They most likely weren’t there for the contemporary music per se but that’s exactly what the local parents and relatives of musically inclined teenagers got when they attended the Cleveland Youth Wind Symphony’s year-end concerts earlier this month.
Between two concerts, the two large groups that comprise the area’s premiere youth wind band ensemble managed to present eight pieces of music by contemporary American composers at Severance Hall.
Imagine the mass exodus that would ensue were their professional adult counterparts to do something similar. This was a ticketed affair, too.
CYWS Music Director and co-founder Gary Ciepluch, a professor at Case Western Reserve University, led a few of the performances. More often, though, he lent the baton to one of five variably capable assistant or graduate assistant conductors. A number of guest soloists also took their places in the program where necessary.
Ciepluch founded the CYWS in 1989 with sponsorship from CWRU and the Cleveland Institute of Music. A second group, CYWS II, branched off in 1995. The two ensembles, together totaling some 250 musicians, meet for rehearsal every Saturday from mid-September through May.
These being student players, the performances May 9 and 10 were not without their flaws, but to enumerate errors would be beside the point that these were not your average band concerts.
The events also served as occasions to honor the symphony’s graduating high school seniors, but even here, contemporary music was an integral part of the proceedings. Standard repertoire by Dvorak, Saint-Saëns, and Holst got their turns, but they were the exceptions, not the rule.
Instead of the ubiquitous “Pomp and Circumstance,” Lee University wind ensemble director David Holsinger’s To Tame the Perilous Skies was the homage to the first batch of graduates. Alfred Reed’s El Camino Real: A Latin Fantasy, a Flamenco-inflected 1984 commission by the United States Air Force Band, serenaded the second.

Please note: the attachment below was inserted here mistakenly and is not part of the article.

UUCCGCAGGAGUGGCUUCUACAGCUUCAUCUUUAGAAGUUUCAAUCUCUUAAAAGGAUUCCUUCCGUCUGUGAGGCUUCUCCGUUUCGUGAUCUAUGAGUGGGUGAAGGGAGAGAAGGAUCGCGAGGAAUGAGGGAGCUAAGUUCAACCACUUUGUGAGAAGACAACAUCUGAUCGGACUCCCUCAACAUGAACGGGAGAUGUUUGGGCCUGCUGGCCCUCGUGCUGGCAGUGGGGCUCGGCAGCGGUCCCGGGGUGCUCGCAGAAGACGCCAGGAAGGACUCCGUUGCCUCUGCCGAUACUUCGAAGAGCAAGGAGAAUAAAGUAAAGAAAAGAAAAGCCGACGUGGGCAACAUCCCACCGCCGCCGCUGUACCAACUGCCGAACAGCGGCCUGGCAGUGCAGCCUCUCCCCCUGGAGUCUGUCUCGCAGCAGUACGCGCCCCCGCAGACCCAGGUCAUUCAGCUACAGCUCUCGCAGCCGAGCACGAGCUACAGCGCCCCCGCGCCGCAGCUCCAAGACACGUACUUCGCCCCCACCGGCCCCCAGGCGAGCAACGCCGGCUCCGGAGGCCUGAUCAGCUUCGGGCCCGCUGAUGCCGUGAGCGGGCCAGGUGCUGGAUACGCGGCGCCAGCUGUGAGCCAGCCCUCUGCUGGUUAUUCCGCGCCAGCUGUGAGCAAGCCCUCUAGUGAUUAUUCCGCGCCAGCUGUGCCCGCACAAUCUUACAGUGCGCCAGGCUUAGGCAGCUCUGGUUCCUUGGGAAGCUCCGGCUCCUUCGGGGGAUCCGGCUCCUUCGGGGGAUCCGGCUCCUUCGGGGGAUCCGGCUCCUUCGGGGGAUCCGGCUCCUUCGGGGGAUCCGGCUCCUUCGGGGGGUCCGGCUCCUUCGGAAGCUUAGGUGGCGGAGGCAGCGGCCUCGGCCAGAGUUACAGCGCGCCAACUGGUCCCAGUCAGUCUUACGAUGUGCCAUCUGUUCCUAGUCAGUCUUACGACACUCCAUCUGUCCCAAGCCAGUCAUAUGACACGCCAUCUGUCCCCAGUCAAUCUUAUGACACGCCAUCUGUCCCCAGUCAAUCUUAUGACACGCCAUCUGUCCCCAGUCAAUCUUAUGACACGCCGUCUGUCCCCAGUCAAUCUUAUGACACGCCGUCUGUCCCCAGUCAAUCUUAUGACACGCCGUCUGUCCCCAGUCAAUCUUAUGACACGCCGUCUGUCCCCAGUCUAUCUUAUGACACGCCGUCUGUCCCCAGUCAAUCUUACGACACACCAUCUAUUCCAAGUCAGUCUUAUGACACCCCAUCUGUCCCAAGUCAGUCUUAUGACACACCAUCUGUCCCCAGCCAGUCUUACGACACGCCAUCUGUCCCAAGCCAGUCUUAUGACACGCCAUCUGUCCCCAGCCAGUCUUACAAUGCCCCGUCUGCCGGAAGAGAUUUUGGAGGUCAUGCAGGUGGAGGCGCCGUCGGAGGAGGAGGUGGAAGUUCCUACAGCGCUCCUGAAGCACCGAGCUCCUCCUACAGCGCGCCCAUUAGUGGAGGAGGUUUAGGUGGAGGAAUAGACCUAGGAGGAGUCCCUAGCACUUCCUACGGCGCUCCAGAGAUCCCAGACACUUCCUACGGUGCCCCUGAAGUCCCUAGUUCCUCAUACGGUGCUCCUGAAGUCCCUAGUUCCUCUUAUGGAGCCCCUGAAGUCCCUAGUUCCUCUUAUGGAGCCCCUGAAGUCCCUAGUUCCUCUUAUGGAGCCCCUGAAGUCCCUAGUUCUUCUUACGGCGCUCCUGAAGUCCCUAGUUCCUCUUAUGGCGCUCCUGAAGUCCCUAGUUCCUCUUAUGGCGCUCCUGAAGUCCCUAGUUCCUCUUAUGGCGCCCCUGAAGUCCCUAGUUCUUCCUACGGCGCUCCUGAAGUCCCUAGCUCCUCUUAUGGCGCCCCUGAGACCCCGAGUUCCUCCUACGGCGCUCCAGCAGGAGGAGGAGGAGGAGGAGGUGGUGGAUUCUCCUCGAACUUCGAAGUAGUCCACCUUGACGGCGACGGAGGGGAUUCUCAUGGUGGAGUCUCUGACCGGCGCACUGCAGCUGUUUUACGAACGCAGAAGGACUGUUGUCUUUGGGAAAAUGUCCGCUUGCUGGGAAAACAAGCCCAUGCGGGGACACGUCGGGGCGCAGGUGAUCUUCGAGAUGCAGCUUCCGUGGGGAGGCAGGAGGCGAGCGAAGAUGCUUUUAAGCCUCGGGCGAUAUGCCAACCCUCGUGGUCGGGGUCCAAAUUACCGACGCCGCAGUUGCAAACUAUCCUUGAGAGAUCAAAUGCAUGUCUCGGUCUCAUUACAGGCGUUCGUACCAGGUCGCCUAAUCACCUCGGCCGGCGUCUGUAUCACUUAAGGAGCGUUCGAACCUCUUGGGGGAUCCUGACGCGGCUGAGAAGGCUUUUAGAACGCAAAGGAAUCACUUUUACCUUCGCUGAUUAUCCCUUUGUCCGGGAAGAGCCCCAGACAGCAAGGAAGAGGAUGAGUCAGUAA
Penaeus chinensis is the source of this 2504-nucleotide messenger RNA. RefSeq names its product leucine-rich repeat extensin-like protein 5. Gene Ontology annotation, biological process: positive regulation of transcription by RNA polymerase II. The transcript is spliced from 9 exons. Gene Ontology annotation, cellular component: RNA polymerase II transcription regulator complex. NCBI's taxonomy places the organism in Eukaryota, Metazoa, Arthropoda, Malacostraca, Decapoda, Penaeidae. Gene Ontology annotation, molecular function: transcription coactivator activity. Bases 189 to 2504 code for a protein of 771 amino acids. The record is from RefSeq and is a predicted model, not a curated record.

Both concerts opened with new music as well.
Ciepluch kicked things off the first night with a soaring, fast-paced workout for saxophone and percussion called Ride by the Pittsburgh-area teacher and composer Samuel Hazo. Melissa Lichtler, conductor of the CYWS II, began her concert with a movement called “To the Summit!” from a suite titled Strive for the Highest by the Florida-based composer Robert W. Smith.
James Barnes, a professor of theory and composition at the University of Kansas, was doubly represented on the program, first by the “Jubilation” movement from his Fifth Symphony (Phoenix) Op. 11, then by Centennial Celebration Overture on the second concert.
“Jubilation,” performed by the CYWS I, was the more interesting of the two: a brisk, syncopated perpetuum mobile that had six guest trumpeters trading low, elongated melodies from their antiphonal positions on either side of the stage.
Student trumpet players in the CYWS II got their moment in the spotlight in The Dream Chasers, a sparkling overture-like piece by Jared Spears, an emeritus professor of music at Arkansas State University.
James Hirt, a composer and teacher at Baldwin-Wallace College in Berea, Ohio, was present to hear the CYWS II perform his Baroque Celebration, a four-movement suite of stylized material. The players seemed to have the most affinity for its slow middle section, a mournful arioso.
No doubt the musicians were grateful to have Hirt, a real live composer, in the audience, but his attendance will yield the most fruit if he spreads the word to his composer colleagues that apparently there’s a demand for new symphonic wind music in Cleveland.
Zachary Lewis is a freelance arts journalist in Cleveland, Ohio. He covers music primarily but also dance, art, and theater. He writes regularly for the Plain Dealer, Cleveland Scene, Angle, Dance Magazine, and Time Out Chicago. Lewis studied piano performance at the Cleveland Institute of Music and holds degrees in English and Journalism from Ohio University and Case Western Reserve University, where he will conduct a Presidential Fellowship in arts criticism in the fall of 2006.